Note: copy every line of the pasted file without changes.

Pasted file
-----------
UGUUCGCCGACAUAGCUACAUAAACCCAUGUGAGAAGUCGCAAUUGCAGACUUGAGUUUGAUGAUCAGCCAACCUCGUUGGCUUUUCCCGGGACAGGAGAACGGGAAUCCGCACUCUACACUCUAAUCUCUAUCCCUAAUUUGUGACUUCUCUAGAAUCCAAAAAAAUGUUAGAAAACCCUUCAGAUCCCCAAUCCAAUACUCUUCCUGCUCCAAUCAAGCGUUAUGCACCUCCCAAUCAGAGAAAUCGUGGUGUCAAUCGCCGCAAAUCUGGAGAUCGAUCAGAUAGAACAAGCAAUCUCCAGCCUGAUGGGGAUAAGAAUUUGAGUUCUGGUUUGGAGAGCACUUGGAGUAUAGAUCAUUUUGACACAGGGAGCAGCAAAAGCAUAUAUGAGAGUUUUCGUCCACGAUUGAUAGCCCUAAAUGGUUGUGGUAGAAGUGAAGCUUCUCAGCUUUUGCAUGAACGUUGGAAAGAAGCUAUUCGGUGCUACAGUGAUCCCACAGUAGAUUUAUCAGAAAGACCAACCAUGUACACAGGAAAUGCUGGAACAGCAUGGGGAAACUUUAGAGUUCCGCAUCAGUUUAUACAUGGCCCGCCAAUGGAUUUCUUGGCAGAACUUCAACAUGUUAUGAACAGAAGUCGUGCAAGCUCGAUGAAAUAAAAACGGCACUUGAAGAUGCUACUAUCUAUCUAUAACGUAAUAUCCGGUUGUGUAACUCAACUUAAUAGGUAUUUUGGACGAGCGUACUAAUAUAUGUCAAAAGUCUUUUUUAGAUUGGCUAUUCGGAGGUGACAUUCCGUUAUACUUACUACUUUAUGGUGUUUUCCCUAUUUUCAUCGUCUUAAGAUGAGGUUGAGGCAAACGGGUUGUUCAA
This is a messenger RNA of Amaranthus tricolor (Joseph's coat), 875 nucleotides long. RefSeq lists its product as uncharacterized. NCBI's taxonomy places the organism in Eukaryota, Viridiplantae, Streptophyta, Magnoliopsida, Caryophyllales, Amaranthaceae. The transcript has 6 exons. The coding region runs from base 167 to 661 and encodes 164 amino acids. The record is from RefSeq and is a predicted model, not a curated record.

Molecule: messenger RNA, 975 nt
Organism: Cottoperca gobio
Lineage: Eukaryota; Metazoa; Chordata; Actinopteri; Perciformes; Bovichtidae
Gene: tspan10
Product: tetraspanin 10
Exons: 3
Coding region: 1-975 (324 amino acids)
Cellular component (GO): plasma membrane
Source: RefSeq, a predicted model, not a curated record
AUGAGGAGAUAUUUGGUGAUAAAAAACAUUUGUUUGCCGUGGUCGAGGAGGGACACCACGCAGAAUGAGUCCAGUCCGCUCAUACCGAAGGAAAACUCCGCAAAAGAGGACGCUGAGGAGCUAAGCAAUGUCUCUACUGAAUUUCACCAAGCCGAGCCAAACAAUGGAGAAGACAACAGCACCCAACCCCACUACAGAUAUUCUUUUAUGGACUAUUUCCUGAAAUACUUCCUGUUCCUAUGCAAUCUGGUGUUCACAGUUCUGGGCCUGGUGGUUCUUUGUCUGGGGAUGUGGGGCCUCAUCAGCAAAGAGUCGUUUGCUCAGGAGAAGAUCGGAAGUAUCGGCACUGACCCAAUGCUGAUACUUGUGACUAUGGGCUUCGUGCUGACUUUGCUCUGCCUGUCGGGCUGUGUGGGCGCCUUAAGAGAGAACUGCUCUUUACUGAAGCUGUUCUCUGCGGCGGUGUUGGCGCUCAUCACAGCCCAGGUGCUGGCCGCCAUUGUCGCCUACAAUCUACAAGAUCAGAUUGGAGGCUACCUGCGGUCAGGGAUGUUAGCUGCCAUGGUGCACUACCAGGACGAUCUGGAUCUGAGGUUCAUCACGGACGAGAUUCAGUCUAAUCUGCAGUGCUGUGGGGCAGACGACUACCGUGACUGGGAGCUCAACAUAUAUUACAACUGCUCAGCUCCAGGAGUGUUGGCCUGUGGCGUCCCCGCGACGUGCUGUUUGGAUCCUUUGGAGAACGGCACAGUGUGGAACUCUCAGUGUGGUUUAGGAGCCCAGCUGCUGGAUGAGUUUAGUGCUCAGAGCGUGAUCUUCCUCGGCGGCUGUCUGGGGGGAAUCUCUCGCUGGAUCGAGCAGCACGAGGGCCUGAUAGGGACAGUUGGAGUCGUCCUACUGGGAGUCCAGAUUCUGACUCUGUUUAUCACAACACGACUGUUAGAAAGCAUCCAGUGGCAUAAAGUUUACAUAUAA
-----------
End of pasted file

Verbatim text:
UGUUCGCCGACAUAGCUACAUAAACCCAUGUGAGAAGUCGCAAUUGCAGACUUGAGUUUGAUGAUCAGCCAACCUCGUUGGCUUUUCCCGGGACAGGAGAACGGGAAUCCGCACUCUACACUCUAAUCUCUAUCCCUAAUUUGUGACUUCUCUAGAAUCCAAAAAAAUGUUAGAAAACCCUUCAGAUCCCCAAUCCAAUACUCUUCCUGCUCCAAUCAAGCGUUAUGCACCUCCCAAUCAGAGAAAUCGUGGUGUCAAUCGCCGCAAAUCUGGAGAUCGAUCAGAUAGAACAAGCAAUCUCCAGCCUGAUGGGGAUAAGAAUUUGAGUUCUGGUUUGGAGAGCACUUGGAGUAUAGAUCAUUUUGACACAGGGAGCAGCAAAAGCAUAUAUGAGAGUUUUCGUCCACGAUUGAUAGCCCUAAAUGGUUGUGGUAGAAGUGAAGCUUCUCAGCUUUUGCAUGAACGUUGGAAAGAAGCUAUUCGGUGCUACAGUGAUCCCACAGUAGAUUUAUCAGAAAGACCAACCAUGUACACAGGAAAUGCUGGAACAGCAUGGGGAAACUUUAGAGUUCCGCAUCAGUUUAUACAUGGCCCGCCAAUGGAUUUCUUGGCAGAACUUCAACAUGUUAUGAACAGAAGUCGUGCAAGCUCGAUGAAAUAAAAACGGCACUUGAAGAUGCUACUAUCUAUCUAUAACGUAAUAUCCGGUUGUGUAACUCAACUUAAUAGGUAUUUUGGACGAGCGUACUAAUAUAUGUCAAAAGUCUUUUUUAGAUUGGCUAUUCGGAGGUGACAUUCCGUUAUACUUACUACUUUAUGGUGUUUUCCCUAUUUUCAUCGUCUUAAGAUGAGGUUGAGGCAAACGGGUUGUUCAA
This is a messenger RNA of Amaranthus tricolor (Joseph's coat), 875 nucleotides long. RefSeq lists its product as uncharacterized. NCBI's taxonomy places the organism in Eukaryota, Viridiplantae, Streptophyta, Magnoliopsida, Caryophyllales, Amaranthaceae. The transcript has 6 exons. The coding region runs from base 167 to 661 and encodes 164 amino acids. The record is from RefSeq and is a predicted model, not a curated record.

Molecule: messenger RNA, 975 nt
Organism: Cottoperca gobio
Lineage: Eukaryota; Metazoa; Chordata; Actinopteri; Perciformes; Bovichtidae
Gene: tspan10
Product: tetraspanin 10
Exons: 3
Coding region: 1-975 (324 amino acids)
Cellular component (GO): plasma membrane
Source: RefSeq, a predicted model, not a curated record
AUGAGGAGAUAUUUGGUGAUAAAAAACAUUUGUUUGCCGUGGUCGAGGAGGGACACCACGCAGAAUGAGUCCAGUCCGCUCAUACCGAAGGAAAACUCCGCAAAAGAGGACGCUGAGGAGCUAAGCAAUGUCUCUACUGAAUUUCACCAAGCCGAGCCAAACAAUGGAGAAGACAACAGCACCCAACCCCACUACAGAUAUUCUUUUAUGGACUAUUUCCUGAAAUACUUCCUGUUCCUAUGCAAUCUGGUGUUCACAGUUCUGGGCCUGGUGGUUCUUUGUCUGGGGAUGUGGGGCCUCAUCAGCAAAGAGUCGUUUGCUCAGGAGAAGAUCGGAAGUAUCGGCACUGACCCAAUGCUGAUACUUGUGACUAUGGGCUUCGUGCUGACUUUGCUCUGCCUGUCGGGCUGUGUGGGCGCCUUAAGAGAGAACUGCUCUUUACUGAAGCUGUUCUCUGCGGCGGUGUUGGCGCUCAUCACAGCCCAGGUGCUGGCCGCCAUUGUCGCCUACAAUCUACAAGAUCAGAUUGGAGGCUACCUGCGGUCAGGGAUGUUAGCUGCCAUGGUGCACUACCAGGACGAUCUGGAUCUGAGGUUCAUCACGGACGAGAUUCAGUCUAAUCUGCAGUGCUGUGGGGCAGACGACUACCGUGACUGGGAGCUCAACAUAUAUUACAACUGCUCAGCUCCAGGAGUGUUGGCCUGUGGCGUCCCCGCGACGUGCUGUUUGGAUCCUUUGGAGAACGGCACAGUGUGGAACUCUCAGUGUGGUUUAGGAGCCCAGCUGCUGGAUGAGUUUAGUGCUCAGAGCGUGAUCUUCCUCGGCGGCUGUCUGGGGGGAAUCUCUCGCUGGAUCGAGCAGCACGAGGGCCUGAUAGGGACAGUUGGAGUCGUCCUACUGGGAGUCCAGAUUCUGACUCUGUUUAUCACAACACGACUGUUAGAAAGCAUCCAGUGGCAUAAAGUUUACAUAUAA